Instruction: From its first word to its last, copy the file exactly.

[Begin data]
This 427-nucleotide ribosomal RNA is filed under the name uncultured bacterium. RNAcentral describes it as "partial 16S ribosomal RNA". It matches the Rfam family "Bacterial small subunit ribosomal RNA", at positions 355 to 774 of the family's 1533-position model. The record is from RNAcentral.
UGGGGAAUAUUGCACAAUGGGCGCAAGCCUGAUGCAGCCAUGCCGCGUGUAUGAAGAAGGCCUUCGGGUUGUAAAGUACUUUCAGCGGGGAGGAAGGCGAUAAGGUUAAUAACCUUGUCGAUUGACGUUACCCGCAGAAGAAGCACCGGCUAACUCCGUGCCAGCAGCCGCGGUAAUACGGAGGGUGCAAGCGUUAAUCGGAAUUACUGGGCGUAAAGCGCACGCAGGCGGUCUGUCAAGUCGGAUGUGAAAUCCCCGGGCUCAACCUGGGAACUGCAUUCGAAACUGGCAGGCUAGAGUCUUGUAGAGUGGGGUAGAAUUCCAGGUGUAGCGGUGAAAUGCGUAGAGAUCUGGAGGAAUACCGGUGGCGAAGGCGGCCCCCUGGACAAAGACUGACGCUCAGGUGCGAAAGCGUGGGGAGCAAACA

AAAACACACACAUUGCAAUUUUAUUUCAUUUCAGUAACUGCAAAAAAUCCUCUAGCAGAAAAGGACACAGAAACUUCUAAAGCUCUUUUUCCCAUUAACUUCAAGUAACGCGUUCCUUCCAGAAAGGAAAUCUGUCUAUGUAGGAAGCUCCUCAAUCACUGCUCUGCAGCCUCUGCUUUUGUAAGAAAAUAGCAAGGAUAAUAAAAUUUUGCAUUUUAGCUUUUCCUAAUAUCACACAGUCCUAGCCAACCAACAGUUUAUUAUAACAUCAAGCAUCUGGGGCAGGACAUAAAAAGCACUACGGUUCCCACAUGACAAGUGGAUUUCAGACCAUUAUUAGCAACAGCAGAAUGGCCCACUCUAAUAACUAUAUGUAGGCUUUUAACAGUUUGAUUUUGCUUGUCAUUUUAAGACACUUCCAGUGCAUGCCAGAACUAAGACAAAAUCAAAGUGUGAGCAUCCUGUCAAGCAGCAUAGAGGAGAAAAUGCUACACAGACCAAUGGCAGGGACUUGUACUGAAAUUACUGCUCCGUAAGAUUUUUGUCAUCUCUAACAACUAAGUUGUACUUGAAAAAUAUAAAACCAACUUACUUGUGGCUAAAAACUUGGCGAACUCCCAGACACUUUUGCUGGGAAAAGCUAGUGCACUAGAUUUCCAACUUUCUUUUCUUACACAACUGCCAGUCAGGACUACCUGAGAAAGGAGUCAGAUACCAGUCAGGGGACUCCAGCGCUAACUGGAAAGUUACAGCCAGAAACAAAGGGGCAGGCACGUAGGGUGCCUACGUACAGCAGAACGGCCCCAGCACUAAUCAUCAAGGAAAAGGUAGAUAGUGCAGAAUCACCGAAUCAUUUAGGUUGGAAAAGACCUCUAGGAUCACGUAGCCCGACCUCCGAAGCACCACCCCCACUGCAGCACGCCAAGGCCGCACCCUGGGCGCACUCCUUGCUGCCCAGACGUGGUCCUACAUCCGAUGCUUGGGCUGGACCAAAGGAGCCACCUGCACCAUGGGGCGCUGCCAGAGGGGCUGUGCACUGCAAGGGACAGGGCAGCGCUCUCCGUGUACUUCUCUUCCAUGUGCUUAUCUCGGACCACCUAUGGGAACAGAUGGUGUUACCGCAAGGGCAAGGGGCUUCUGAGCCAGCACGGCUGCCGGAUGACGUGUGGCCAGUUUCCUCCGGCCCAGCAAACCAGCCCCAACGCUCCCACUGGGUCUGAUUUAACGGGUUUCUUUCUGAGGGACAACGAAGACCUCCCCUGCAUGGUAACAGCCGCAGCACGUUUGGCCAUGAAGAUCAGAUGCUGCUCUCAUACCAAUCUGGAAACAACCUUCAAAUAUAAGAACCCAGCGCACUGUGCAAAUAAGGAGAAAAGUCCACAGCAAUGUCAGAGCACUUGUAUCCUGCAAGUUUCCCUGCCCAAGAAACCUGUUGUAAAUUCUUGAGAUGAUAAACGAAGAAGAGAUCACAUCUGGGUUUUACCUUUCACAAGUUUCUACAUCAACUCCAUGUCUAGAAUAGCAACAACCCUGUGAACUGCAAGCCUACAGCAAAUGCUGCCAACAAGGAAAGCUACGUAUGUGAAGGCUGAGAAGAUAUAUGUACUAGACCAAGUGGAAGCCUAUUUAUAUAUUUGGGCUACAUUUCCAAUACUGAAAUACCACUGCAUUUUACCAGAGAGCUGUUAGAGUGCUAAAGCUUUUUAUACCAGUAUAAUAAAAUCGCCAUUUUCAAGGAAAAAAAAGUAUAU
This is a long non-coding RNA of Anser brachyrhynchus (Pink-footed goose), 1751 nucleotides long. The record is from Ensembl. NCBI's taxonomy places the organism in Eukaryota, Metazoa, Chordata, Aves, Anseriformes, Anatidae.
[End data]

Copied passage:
This 427-nucleotide ribosomal RNA is filed under the name uncultured bacterium. RNAcentral describes it as "partial 16S ribosomal RNA". It matches the Rfam family "Bacterial small subunit ribosomal RNA", at positions 355 to 774 of the family's 1533-position model. The record is from RNAcentral.
UGGGGAAUAUUGCACAAUGGGCGCAAGCCUGAUGCAGCCAUGCCGCGUGUAUGAAGAAGGCCUUCGGGUUGUAAAGUACUUUCAGCGGGGAGGAAGGCGAUAAGGUUAAUAACCUUGUCGAUUGACGUUACCCGCAGAAGAAGCACCGGCUAACUCCGUGCCAGCAGCCGCGGUAAUACGGAGGGUGCAAGCGUUAAUCGGAAUUACUGGGCGUAAAGCGCACGCAGGCGGUCUGUCAAGUCGGAUGUGAAAUCCCCGGGCUCAACCUGGGAACUGCAUUCGAAACUGGCAGGCUAGAGUCUUGUAGAGUGGGGUAGAAUUCCAGGUGUAGCGGUGAAAUGCGUAGAGAUCUGGAGGAAUACCGGUGGCGAAGGCGGCCCCCUGGACAAAGACUGACGCUCAGGUGCGAAAGCGUGGGGAGCAAACA

AAAACACACACAUUGCAAUUUUAUUUCAUUUCAGUAACUGCAAAAAAUCCUCUAGCAGAAAAGGACACAGAAACUUCUAAAGCUCUUUUUCCCAUUAACUUCAAGUAACGCGUUCCUUCCAGAAAGGAAAUCUGUCUAUGUAGGAAGCUCCUCAAUCACUGCUCUGCAGCCUCUGCUUUUGUAAGAAAAUAGCAAGGAUAAUAAAAUUUUGCAUUUUAGCUUUUCCUAAUAUCACACAGUCCUAGCCAACCAACAGUUUAUUAUAACAUCAAGCAUCUGGGGCAGGACAUAAAAAGCACUACGGUUCCCACAUGACAAGUGGAUUUCAGACCAUUAUUAGCAACAGCAGAAUGGCCCACUCUAAUAACUAUAUGUAGGCUUUUAACAGUUUGAUUUUGCUUGUCAUUUUAAGACACUUCCAGUGCAUGCCAGAACUAAGACAAAAUCAAAGUGUGAGCAUCCUGUCAAGCAGCAUAGAGGAGAAAAUGCUACACAGACCAAUGGCAGGGACUUGUACUGAAAUUACUGCUCCGUAAGAUUUUUGUCAUCUCUAACAACUAAGUUGUACUUGAAAAAUAUAAAACCAACUUACUUGUGGCUAAAAACUUGGCGAACUCCCAGACACUUUUGCUGGGAAAAGCUAGUGCACUAGAUUUCCAACUUUCUUUUCUUACACAACUGCCAGUCAGGACUACCUGAGAAAGGAGUCAGAUACCAGUCAGGGGACUCCAGCGCUAACUGGAAAGUUACAGCCAGAAACAAAGGGGCAGGCACGUAGGGUGCCUACGUACAGCAGAACGGCCCCAGCACUAAUCAUCAAGGAAAAGGUAGAUAGUGCAGAAUCACCGAAUCAUUUAGGUUGGAAAAGACCUCUAGGAUCACGUAGCCCGACCUCCGAAGCACCACCCCCACUGCAGCACGCCAAGGCCGCACCCUGGGCGCACUCCUUGCUGCCCAGACGUGGUCCUACAUCCGAUGCUUGGGCUGGACCAAAGGAGCCACCUGCACCAUGGGGCGCUGCCAGAGGGGCUGUGCACUGCAAGGGACAGGGCAGCGCUCUCCGUGUACUUCUCUUCCAUGUGCUUAUCUCGGACCACCUAUGGGAACAGAUGGUGUUACCGCAAGGGCAAGGGGCUUCUGAGCCAGCACGGCUGCCGGAUGACGUGUGGCCAGUUUCCUCCGGCCCAGCAAACCAGCCCCAACGCUCCCACUGGGUCUGAUUUAACGGGUUUCUUUCUGAGGGACAACGAAGACCUCCCCUGCAUGGUAACAGCCGCAGCACGUUUGGCCAUGAAGAUCAGAUGCUGCUCUCAUACCAAUCUGGAAACAACCUUCAAAUAUAAGAACCCAGCGCACUGUGCAAAUAAGGAGAAAAGUCCACAGCAAUGUCAGAGCACUUGUAUCCUGCAAGUUUCCCUGCCCAAGAAACCUGUUGUAAAUUCUUGAGAUGAUAAACGAAGAAGAGAUCACAUCUGGGUUUUACCUUUCACAAGUUUCUACAUCAACUCCAUGUCUAGAAUAGCAACAACCCUGUGAACUGCAAGCCUACAGCAAAUGCUGCCAACAAGGAAAGCUACGUAUGUGAAGGCUGAGAAGAUAUAUGUACUAGACCAAGUGGAAGCCUAUUUAUAUAUUUGGGCUACAUUUCCAAUACUGAAAUACCACUGCAUUUUACCAGAGAGCUGUUAGAGUGCUAAAGCUUUUUAUACCAGUAUAAUAAAAUCGCCAUUUUCAAGGAAAAAAAAGUAUAU
This is a long non-coding RNA of Anser brachyrhynchus (Pink-footed goose), 1751 nucleotides long. The record is from Ensembl. NCBI's taxonomy places the organism in Eukaryota, Metazoa, Chordata, Aves, Anseriformes, Anatidae.